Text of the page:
So basically you're saying just increase the insulation on the attic floor? For all i know, it could be adequate now but i can check. If i do add to the insulation on the floor instead, is there anything i need to know about ventilation? In other words, does the floor need to "breathe" at all to avoid issues or am i free to seal it as much as possible?

Also, if i don't insulate the roof deck, the furnace itself will sometimes be subject to temperatures below freezing. Could this cause any issues? I don't it to stop working at the time i need it most!
 

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retired framer
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So basically you're saying just increase the insulation on the attic floor? For all i know, it could be adequate now but i can check. If i do add to the insulation on the floor instead, is there anything i need to know about ventilation? In other words, does the floor need to "breathe" at all to avoid issues or am i free to seal it as much as possible?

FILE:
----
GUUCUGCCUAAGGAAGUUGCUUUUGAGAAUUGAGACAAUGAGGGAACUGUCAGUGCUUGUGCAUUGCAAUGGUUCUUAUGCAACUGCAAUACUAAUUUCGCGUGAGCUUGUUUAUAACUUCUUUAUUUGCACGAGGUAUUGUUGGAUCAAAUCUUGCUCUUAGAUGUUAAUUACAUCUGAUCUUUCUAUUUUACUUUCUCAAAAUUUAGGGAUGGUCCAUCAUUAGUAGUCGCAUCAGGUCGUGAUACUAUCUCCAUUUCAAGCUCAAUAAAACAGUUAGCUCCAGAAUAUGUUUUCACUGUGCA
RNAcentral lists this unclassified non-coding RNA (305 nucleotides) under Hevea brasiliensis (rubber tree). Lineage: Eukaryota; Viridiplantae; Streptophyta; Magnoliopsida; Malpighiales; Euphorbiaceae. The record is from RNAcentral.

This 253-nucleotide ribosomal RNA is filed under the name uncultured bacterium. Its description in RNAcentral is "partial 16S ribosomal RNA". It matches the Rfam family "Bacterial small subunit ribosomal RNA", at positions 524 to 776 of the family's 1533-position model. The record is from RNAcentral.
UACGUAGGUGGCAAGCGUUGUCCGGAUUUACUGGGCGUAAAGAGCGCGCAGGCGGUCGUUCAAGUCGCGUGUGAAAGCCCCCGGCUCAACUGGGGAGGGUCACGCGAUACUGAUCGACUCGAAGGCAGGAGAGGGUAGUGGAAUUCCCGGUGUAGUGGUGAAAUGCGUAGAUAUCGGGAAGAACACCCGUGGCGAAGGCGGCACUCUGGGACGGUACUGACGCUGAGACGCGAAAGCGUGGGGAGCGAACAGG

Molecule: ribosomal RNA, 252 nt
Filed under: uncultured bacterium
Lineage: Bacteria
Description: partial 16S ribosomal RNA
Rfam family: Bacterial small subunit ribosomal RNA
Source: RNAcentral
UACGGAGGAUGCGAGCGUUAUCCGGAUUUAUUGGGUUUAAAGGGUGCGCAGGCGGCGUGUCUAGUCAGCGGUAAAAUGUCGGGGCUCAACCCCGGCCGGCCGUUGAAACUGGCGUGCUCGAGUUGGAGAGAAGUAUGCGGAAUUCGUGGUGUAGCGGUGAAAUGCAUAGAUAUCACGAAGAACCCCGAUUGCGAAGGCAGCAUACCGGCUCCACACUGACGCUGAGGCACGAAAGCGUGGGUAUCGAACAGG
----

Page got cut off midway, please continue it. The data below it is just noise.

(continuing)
Also, if i don't insulate the roof deck, the furnace itself will sometimes be subject to temperatures below freezing. Could this cause any issues? I don't it to stop working at the time i need it most!
If you did seal the roof from the house and insulate the roof sheeting and have an air tight attic you would still need a vent for fire air.
We have furnaces in crawl space under the house all the time here with out a problem.
If it was a problem my first thought would be an insulated furnace room or box. The manufacturer has limits to how close things can be built to the furnace.

Just wait there will be a bunch of different opinions here soon.:vs_cool:
 

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Exterior Construction
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There is no "semi" conditioned about it. Its either insulated and sealed up (i.e. seal all the soffits and the ridge), foamed, and then treated as conditioned or it is not.

Unless you are going to use the space, I highly suggest you follow @Nealtw suggestion of air sealing the attic floor and blowing in additional insulation over the top.
 

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Discussion Starter #6